Depth preference for this species has not yet been determined with accuracy. However, there is a definite trend towards shallow water (less than 2 m deep) during spawning (Campbell 2001). In addition, fish captured during spawning were consistently captured in areas within 100 m of rapids (Campbell 2001). Lac des Chats (Ottawa River) sampling in August and September of 1998 (post-spawn) captured river redhorse at depths ranging from 3-12 m and consistently at distances greater than 10 km from the nearest rapids (Campbell 2001).
In the Richelieu River, YOY are found along vegetated shores where average depth is 1.5 m (maximum ≤ 3.0 m), the slope is shallow (≤ 20º) and the substrate consists of fine sediments (silt, clay and sand). In the early spring, age 1+ specimens are also found in greater abundance in vegetated areas. An important nursery habitat has been found in the Richelieu River in the Saint-Marc region (Vachon 1999a, 1999b, 2002). Jenkins (1970) suggested that moderate-sized streams or tributaries and backwater areas provide suitable juvenile habitat. In Quebec, it is clearly associated with medium-sized and large rivers, even at the juvenile stage (Mongeau et al. 1986, 1992).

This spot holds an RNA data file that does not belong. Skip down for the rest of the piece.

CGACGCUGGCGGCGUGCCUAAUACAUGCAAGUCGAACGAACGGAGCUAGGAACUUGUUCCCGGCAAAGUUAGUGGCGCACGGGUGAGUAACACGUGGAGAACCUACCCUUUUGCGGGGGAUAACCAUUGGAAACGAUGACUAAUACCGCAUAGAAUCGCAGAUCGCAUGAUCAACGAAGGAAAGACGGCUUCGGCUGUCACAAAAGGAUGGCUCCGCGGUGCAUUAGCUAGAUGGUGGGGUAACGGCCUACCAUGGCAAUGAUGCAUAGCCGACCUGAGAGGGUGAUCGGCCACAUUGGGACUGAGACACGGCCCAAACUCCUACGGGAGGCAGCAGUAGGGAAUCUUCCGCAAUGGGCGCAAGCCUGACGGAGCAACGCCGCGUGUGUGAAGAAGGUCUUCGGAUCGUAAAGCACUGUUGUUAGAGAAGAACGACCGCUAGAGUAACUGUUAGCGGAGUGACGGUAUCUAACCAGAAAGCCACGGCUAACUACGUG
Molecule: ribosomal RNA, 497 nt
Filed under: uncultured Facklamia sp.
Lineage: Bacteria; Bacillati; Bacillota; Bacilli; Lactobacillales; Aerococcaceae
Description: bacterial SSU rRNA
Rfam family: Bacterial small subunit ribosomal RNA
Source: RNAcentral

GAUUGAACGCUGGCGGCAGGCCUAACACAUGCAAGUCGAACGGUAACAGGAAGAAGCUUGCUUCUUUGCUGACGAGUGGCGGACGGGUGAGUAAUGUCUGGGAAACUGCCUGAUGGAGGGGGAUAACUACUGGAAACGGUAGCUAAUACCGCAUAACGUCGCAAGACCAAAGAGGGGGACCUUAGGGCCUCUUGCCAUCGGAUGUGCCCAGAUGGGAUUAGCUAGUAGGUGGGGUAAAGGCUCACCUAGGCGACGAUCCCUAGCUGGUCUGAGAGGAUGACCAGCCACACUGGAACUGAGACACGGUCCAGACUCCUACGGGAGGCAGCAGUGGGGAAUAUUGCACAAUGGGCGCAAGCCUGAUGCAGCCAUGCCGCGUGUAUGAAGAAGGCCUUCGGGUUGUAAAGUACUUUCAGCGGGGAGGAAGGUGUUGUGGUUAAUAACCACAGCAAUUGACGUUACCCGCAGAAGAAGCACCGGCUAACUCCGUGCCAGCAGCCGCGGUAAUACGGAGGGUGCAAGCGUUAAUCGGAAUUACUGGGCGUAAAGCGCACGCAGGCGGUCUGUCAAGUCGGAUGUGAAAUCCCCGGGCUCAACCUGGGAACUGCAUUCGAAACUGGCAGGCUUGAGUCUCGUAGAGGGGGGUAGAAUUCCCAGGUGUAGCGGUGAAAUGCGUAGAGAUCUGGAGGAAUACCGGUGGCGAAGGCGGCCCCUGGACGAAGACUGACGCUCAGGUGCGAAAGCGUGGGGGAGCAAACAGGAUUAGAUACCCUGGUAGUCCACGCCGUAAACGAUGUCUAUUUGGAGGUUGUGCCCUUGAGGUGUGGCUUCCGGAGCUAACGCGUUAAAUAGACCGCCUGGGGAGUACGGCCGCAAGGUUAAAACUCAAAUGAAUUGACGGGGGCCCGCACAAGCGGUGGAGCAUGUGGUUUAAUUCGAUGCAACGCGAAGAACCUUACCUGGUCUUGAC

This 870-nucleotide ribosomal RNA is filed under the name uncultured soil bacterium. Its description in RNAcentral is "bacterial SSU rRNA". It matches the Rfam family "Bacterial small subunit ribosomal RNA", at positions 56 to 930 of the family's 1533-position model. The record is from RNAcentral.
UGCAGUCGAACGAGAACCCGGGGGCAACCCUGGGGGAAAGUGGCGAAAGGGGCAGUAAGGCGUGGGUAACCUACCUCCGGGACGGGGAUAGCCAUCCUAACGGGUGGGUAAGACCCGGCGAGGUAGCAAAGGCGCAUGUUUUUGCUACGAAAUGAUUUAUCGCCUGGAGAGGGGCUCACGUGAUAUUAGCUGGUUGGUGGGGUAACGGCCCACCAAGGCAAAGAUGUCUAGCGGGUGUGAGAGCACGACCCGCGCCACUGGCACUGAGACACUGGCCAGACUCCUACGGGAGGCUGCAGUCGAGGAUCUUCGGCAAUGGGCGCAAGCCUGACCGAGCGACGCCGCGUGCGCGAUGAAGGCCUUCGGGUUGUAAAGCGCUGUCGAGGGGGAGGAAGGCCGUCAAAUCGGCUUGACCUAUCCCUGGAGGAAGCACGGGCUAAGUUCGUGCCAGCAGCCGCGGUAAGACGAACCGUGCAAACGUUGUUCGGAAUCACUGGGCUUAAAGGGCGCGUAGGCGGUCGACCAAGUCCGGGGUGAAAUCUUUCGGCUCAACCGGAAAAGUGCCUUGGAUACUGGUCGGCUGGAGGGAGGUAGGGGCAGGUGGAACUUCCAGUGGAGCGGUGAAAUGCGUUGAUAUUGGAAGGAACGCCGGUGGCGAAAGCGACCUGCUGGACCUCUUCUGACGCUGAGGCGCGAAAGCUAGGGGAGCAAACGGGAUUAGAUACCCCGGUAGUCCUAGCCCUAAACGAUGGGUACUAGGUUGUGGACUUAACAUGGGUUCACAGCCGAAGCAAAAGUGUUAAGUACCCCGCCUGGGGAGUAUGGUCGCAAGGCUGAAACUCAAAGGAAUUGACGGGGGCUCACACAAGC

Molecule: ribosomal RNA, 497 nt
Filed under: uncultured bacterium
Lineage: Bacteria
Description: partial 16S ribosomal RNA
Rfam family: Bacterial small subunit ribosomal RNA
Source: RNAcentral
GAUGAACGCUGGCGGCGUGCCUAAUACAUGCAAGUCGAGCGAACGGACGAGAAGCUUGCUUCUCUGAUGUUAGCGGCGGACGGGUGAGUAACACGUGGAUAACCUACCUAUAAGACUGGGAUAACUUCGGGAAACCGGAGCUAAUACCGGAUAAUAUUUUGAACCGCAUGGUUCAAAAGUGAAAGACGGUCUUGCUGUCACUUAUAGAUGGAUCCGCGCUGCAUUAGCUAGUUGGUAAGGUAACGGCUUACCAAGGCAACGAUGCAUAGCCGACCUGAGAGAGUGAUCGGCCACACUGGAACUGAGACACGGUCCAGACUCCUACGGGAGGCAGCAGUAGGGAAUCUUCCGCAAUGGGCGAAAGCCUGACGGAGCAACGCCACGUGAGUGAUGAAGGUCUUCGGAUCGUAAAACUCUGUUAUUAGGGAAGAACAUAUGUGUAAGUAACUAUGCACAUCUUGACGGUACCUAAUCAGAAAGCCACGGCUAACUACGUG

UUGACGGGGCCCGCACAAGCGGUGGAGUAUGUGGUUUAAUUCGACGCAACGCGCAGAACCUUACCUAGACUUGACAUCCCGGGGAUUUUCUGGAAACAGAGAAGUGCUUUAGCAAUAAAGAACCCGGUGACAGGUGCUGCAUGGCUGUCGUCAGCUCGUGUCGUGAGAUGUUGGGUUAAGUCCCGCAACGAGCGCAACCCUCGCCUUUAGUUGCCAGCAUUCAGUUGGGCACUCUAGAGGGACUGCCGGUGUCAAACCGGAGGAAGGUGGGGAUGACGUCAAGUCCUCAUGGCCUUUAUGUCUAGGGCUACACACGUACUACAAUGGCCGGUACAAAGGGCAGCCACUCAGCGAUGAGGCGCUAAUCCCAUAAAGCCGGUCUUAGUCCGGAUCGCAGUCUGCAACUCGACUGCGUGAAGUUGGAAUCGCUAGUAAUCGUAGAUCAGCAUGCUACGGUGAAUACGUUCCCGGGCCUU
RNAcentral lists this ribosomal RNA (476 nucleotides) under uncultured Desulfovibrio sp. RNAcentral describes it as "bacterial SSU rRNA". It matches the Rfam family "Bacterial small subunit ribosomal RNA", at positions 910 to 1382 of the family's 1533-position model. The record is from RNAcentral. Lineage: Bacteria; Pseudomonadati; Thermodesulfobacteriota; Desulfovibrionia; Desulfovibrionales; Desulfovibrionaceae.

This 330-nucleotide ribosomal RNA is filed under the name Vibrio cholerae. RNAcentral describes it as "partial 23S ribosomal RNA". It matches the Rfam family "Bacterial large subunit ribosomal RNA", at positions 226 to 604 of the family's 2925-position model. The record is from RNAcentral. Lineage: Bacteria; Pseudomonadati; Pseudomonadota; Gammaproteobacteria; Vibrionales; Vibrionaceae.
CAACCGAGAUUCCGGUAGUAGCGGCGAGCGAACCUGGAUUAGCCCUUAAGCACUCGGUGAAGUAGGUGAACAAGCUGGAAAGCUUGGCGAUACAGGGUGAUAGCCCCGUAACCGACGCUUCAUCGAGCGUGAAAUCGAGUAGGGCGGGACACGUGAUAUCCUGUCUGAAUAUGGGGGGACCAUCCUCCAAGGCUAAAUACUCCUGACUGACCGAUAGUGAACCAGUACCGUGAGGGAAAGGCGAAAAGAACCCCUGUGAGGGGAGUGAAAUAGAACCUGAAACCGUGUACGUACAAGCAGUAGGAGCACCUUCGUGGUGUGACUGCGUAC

The distribution of the river redhorse is restricted by the availability of its specific habitats, which are vulnerable to anthropogenic activities. For example, Mississippi River populations may be at risk due to intensive agricultural activities that increase the sediment load of the river and negatively affect the availability of the benthic invertebrate prey of the river redhorse (Campbell 2001). Poor water quality (i.e. excessive nutrients) as a result of agricultural activities and urban development likely contributed to the loss of some Quebec populations, at least in the Yamaska and Châteauguay basins (La Violette and Richard 1996; Moisan 1998; La Violette 1999; Vachon 2003a). Poor water quality (turbidity, excessive nutrients and high summer water temperatures) also affects the lower Grand River where river redhorse are found. Human population growth in the Grand River basin has been projected to be 30% over the next 20 years (www.grandriver.ca). Further impairment of habitat and water quality from upstream land use changes, water utilization and sewage disposal would likely have an adverse effect on resident river redhorse. Threats to river redhorse habitat quality in southwestern Ontario may in the future be mitigated through the recovery plan actions. For example, habitat improvement goals identified for the Thames River of benefit to the river redhorse include reductions in sediment, nutrient and toxic chemical loadings (Thames River Recovery Team 2003).